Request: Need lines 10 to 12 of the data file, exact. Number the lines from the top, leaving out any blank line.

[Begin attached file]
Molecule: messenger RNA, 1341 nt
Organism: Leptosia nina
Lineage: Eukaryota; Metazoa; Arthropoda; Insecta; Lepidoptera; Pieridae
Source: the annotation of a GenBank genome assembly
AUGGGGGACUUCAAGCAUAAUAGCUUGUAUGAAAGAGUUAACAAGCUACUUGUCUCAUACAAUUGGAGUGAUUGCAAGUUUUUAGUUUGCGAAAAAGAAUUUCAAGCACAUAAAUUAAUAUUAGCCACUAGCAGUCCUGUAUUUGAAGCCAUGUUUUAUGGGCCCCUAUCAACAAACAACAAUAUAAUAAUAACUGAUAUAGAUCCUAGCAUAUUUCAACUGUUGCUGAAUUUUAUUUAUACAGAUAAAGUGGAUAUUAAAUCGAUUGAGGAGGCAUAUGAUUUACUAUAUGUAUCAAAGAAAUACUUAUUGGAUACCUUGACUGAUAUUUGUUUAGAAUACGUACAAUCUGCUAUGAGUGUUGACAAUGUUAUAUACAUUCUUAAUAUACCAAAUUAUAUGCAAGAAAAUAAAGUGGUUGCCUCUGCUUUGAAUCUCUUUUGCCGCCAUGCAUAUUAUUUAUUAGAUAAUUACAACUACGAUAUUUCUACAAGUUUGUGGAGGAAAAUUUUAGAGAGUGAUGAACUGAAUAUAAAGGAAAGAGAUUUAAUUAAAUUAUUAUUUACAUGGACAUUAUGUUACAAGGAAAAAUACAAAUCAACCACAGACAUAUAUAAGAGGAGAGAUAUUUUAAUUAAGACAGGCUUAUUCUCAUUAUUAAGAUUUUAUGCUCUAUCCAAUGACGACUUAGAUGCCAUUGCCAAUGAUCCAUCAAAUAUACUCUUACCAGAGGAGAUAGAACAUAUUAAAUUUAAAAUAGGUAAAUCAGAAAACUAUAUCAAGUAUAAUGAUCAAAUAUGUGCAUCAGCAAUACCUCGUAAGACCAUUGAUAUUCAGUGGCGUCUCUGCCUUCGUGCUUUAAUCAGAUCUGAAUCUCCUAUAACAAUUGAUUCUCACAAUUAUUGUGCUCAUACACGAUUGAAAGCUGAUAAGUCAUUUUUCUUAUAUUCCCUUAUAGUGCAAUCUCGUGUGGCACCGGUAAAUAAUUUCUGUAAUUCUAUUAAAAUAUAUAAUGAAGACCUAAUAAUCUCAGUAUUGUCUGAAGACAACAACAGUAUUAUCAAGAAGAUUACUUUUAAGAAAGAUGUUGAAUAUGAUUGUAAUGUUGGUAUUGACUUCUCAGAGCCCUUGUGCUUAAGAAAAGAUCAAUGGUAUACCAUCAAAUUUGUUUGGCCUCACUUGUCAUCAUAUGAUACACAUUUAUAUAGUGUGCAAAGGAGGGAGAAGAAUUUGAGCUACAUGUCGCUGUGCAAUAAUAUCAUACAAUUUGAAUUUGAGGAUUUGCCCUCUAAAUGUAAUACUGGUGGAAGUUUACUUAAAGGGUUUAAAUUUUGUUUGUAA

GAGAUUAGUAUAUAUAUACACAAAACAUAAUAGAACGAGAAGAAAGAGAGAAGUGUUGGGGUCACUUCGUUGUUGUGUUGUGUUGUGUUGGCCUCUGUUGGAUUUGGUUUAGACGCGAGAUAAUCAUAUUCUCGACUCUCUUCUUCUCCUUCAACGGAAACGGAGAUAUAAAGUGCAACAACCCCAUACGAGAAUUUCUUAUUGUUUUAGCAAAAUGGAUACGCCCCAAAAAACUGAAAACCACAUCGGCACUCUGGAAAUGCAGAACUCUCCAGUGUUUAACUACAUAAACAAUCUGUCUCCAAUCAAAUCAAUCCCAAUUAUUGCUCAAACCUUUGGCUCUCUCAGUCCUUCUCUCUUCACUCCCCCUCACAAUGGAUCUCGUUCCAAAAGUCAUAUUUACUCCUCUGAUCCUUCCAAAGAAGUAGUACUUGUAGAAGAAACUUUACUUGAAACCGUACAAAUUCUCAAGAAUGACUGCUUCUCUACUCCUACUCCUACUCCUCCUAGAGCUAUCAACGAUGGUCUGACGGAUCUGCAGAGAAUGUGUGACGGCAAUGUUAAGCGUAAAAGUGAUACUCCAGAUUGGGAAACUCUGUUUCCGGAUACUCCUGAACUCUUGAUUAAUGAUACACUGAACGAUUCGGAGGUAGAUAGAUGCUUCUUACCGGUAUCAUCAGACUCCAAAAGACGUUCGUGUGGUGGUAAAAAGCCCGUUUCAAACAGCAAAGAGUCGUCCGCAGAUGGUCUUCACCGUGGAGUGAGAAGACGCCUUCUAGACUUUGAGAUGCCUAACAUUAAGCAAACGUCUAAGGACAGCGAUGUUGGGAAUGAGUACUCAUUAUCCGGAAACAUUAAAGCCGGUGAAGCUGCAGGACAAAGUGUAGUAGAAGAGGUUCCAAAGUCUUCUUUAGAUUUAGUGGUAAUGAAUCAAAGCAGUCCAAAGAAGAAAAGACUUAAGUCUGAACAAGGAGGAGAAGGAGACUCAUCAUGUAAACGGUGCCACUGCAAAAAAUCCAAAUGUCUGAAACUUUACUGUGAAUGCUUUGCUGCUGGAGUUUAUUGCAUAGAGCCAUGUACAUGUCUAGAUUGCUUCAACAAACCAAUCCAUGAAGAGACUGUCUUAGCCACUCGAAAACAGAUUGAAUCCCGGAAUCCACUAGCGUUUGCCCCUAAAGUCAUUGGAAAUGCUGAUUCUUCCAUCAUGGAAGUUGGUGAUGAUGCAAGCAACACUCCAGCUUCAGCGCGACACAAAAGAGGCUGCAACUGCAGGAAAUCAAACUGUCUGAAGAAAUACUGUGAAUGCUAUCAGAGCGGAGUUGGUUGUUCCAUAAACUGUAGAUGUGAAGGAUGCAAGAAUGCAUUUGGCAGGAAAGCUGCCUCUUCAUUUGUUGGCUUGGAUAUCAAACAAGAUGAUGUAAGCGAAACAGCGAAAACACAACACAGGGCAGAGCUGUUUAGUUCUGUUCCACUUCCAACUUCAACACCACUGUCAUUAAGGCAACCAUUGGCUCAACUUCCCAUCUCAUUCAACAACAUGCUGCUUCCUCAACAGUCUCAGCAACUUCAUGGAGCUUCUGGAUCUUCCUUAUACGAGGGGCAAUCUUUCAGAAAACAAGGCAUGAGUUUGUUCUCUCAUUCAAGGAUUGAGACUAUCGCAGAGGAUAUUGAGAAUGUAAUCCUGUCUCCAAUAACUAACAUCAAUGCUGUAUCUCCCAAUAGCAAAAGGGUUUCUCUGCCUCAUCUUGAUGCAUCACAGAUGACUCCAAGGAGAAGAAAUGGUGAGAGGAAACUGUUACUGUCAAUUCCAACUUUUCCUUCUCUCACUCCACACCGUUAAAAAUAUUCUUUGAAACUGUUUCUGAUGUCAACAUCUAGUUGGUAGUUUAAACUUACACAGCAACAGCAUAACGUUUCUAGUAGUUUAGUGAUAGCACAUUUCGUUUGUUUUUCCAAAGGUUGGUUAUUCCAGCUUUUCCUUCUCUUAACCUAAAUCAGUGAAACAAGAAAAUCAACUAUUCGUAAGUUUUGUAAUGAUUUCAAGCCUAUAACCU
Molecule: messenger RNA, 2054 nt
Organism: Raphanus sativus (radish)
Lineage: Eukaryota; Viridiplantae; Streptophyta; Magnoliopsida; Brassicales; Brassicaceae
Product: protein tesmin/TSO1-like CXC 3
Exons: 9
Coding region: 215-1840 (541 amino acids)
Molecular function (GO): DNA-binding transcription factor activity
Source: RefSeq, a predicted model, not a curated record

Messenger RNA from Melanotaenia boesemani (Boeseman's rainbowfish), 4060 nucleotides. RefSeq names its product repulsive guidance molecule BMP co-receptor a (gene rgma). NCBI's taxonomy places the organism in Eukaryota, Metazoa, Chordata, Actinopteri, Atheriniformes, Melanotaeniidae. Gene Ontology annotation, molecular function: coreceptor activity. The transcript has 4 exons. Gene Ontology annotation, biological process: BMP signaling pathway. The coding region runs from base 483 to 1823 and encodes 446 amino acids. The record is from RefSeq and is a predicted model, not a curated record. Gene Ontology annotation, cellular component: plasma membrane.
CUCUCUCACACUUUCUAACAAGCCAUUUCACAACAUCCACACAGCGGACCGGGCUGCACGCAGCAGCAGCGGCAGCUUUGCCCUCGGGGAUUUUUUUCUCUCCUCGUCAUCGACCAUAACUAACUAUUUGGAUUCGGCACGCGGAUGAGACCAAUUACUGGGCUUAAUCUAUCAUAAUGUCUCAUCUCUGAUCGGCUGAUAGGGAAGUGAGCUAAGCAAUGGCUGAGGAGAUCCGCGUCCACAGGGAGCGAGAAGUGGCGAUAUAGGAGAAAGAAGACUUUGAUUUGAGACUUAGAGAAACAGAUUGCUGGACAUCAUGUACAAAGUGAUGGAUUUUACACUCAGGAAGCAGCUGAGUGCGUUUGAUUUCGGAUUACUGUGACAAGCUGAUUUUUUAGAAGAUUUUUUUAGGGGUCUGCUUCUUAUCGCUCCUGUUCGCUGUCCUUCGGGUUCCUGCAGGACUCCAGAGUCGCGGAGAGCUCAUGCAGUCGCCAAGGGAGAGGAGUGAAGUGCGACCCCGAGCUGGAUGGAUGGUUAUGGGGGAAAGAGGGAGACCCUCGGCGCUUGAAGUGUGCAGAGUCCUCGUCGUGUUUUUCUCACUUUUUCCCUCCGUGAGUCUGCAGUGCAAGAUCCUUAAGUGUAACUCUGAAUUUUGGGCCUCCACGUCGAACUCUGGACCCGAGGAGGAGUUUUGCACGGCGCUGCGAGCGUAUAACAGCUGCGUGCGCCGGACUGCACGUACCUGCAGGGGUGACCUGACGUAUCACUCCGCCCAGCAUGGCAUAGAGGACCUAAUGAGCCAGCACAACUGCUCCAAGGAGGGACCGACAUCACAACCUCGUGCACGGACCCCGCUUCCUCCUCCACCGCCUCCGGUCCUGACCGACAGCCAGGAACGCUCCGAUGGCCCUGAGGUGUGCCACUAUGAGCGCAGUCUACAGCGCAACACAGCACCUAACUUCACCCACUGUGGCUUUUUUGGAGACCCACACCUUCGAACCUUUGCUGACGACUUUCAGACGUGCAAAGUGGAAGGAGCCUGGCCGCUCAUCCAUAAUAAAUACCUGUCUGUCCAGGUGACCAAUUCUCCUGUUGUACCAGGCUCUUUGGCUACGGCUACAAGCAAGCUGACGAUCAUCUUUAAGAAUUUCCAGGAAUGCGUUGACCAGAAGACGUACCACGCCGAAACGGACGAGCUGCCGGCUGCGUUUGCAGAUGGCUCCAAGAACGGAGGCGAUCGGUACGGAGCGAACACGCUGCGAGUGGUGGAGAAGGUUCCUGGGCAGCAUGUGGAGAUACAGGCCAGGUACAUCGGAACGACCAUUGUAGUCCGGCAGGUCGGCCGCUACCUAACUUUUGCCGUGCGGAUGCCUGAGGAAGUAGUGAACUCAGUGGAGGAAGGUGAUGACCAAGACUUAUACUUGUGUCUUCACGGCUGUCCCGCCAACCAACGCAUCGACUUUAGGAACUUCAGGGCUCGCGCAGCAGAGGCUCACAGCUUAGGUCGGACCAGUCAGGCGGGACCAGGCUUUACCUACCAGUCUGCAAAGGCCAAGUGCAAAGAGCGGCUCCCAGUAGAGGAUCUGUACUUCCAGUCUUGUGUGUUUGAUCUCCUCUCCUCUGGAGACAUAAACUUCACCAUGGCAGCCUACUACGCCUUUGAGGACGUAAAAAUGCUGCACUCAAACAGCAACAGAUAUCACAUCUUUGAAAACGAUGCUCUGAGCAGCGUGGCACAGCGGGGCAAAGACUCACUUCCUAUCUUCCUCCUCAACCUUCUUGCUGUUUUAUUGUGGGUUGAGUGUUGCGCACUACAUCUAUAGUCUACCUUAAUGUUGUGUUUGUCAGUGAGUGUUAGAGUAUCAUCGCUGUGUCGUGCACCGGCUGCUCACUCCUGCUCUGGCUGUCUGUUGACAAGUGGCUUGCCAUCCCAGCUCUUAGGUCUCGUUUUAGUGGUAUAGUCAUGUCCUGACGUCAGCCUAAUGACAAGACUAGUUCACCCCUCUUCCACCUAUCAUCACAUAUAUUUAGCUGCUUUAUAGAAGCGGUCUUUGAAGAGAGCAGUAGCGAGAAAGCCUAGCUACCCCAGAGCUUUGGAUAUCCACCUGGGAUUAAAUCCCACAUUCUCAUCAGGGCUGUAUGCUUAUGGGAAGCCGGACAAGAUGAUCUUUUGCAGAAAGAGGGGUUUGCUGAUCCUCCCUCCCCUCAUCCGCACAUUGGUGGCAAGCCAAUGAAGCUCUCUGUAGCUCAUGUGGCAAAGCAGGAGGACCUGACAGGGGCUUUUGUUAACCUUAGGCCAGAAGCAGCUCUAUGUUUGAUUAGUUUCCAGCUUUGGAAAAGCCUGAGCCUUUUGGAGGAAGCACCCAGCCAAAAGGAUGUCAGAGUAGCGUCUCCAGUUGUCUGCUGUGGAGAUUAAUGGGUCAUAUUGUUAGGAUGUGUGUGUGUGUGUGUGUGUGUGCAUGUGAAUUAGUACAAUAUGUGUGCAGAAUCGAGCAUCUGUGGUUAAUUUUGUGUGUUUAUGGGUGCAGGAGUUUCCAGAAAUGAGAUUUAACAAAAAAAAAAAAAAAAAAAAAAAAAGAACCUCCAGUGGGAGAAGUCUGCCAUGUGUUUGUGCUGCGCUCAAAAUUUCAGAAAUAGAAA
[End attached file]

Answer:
Product: protein tesmin/TSO1-like CXC 3
Exons: 9
Coding region: 215-1840 (541 amino acids)